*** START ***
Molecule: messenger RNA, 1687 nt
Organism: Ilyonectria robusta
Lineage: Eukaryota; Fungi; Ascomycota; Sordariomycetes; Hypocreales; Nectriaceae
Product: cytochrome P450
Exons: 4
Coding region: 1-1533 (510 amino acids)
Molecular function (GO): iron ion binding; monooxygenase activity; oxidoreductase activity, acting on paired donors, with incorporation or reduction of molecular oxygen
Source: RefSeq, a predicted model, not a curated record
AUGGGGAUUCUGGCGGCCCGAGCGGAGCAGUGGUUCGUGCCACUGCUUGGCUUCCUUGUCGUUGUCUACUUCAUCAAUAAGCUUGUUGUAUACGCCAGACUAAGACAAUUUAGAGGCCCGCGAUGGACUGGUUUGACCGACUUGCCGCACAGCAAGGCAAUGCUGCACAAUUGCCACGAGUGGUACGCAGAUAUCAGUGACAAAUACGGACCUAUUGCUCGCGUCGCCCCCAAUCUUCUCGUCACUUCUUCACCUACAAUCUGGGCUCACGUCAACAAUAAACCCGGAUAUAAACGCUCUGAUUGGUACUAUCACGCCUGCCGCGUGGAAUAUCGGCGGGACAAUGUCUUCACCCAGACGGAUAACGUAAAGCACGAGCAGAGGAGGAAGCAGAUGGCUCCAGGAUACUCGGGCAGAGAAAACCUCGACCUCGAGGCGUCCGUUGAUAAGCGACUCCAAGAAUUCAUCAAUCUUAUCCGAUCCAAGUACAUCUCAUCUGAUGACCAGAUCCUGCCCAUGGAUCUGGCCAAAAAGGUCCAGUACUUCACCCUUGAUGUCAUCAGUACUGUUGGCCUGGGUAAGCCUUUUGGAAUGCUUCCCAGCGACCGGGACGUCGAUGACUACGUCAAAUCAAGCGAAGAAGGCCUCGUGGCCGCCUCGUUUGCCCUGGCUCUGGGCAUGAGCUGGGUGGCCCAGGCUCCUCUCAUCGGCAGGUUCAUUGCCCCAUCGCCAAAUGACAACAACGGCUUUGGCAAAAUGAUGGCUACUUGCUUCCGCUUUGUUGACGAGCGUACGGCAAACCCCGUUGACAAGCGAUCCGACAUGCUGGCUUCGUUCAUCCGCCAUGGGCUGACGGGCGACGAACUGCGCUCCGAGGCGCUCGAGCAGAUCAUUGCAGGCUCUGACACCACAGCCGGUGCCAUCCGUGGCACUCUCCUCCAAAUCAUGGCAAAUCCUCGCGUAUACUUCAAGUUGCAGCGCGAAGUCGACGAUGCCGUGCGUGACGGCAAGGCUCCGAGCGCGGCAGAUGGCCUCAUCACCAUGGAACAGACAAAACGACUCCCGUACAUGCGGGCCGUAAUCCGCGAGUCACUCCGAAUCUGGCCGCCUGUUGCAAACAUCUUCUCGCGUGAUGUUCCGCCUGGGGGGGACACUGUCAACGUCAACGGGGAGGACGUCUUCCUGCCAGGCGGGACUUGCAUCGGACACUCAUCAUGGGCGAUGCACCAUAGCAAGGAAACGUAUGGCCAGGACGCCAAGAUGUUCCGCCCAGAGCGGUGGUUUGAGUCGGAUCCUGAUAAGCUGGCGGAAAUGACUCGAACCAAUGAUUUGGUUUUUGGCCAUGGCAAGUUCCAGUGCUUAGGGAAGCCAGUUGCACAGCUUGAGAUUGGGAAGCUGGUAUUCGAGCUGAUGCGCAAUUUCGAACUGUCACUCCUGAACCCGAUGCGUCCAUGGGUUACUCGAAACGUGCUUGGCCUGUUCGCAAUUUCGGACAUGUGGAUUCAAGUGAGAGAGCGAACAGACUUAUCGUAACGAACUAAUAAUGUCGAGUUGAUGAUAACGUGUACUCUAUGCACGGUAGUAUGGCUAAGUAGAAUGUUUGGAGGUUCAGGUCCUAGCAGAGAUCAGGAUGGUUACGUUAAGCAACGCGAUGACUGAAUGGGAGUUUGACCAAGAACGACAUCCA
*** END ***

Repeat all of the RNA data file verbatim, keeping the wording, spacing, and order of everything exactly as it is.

Molecule: messenger RNA, 1687 nt
Organism: Ilyonectria robusta
Lineage: Eukaryota; Fungi; Ascomycota; Sordariomycetes; Hypocreales; Nectriaceae
Product: cytochrome P450
Exons: 4
Coding region: 1-1533 (510 amino acids)
Molecular function (GO): iron ion binding; monooxygenase activity; oxidoreductase activity, acting on paired donors, with incorporation or reduction of molecular oxygen
Source: RefSeq, a predicted model, not a curated record
AUGGGGAUUCUGGCGGCCCGAGCGGAGCAGUGGUUCGUGCCACUGCUUGGCUUCCUUGUCGUUGUCUACUUCAUCAAUAAGCUUGUUGUAUACGCCAGACUAAGACAAUUUAGAGGCCCGCGAUGGACUGGUUUGACCGACUUGCCGCACAGCAAGGCAAUGCUGCACAAUUGCCACGAGUGGUACGCAGAUAUCAGUGACAAAUACGGACCUAUUGCUCGCGUCGCCCCCAAUCUUCUCGUCACUUCUUCACCUACAAUCUGGGCUCACGUCAACAAUAAACCCGGAUAUAAACGCUCUGAUUGGUACUAUCACGCCUGCCGCGUGGAAUAUCGGCGGGACAAUGUCUUCACCCAGACGGAUAACGUAAAGCACGAGCAGAGGAGGAAGCAGAUGGCUCCAGGAUACUCGGGCAGAGAAAACCUCGACCUCGAGGCGUCCGUUGAUAAGCGACUCCAAGAAUUCAUCAAUCUUAUCCGAUCCAAGUACAUCUCAUCUGAUGACCAGAUCCUGCCCAUGGAUCUGGCCAAAAAGGUCCAGUACUUCACCCUUGAUGUCAUCAGUACUGUUGGCCUGGGUAAGCCUUUUGGAAUGCUUCCCAGCGACCGGGACGUCGAUGACUACGUCAAAUCAAGCGAAGAAGGCCUCGUGGCCGCCUCGUUUGCCCUGGCUCUGGGCAUGAGCUGGGUGGCCCAGGCUCCUCUCAUCGGCAGGUUCAUUGCCCCAUCGCCAAAUGACAACAACGGCUUUGGCAAAAUGAUGGCUACUUGCUUCCGCUUUGUUGACGAGCGUACGGCAAACCCCGUUGACAAGCGAUCCGACAUGCUGGCUUCGUUCAUCCGCCAUGGGCUGACGGGCGACGAACUGCGCUCCGAGGCGCUCGAGCAGAUCAUUGCAGGCUCUGACACCACAGCCGGUGCCAUCCGUGGCACUCUCCUCCAAAUCAUGGCAAAUCCUCGCGUAUACUUCAAGUUGCAGCGCGAAGUCGACGAUGCCGUGCGUGACGGCAAGGCUCCGAGCGCGGCAGAUGGCCUCAUCACCAUGGAACAGACAAAACGACUCCCGUACAUGCGGGCCGUAAUCCGCGAGUCACUCCGAAUCUGGCCGCCUGUUGCAAACAUCUUCUCGCGUGAUGUUCCGCCUGGGGGGGACACUGUCAACGUCAACGGGGAGGACGUCUUCCUGCCAGGCGGGACUUGCAUCGGACACUCAUCAUGGGCGAUGCACCAUAGCAAGGAAACGUAUGGCCAGGACGCCAAGAUGUUCCGCCCAGAGCGGUGGUUUGAGUCGGAUCCUGAUAAGCUGGCGGAAAUGACUCGAACCAAUGAUUUGGUUUUUGGCCAUGGCAAGUUCCAGUGCUUAGGGAAGCCAGUUGCACAGCUUGAGAUUGGGAAGCUGGUAUUCGAGCUGAUGCGCAAUUUCGAACUGUCACUCCUGAACCCGAUGCGUCCAUGGGUUACUCGAAACGUGCUUGGCCUGUUCGCAAUUUCGGACAUGUGGAUUCAAGUGAGAGAGCGAACAGACUUAUCGUAACGAACUAAUAAUGUCGAGUUGAUGAUAACGUGUACUCUAUGCACGGUAGUAUGGCUAAGUAGAAUGUUUGGAGGUUCAGGUCCUAGCAGAGAUCAGGAUGGUUACGUUAAGCAACGCGAUGACUGAAUGGGAGUUUGACCAAGAACGACAUCCA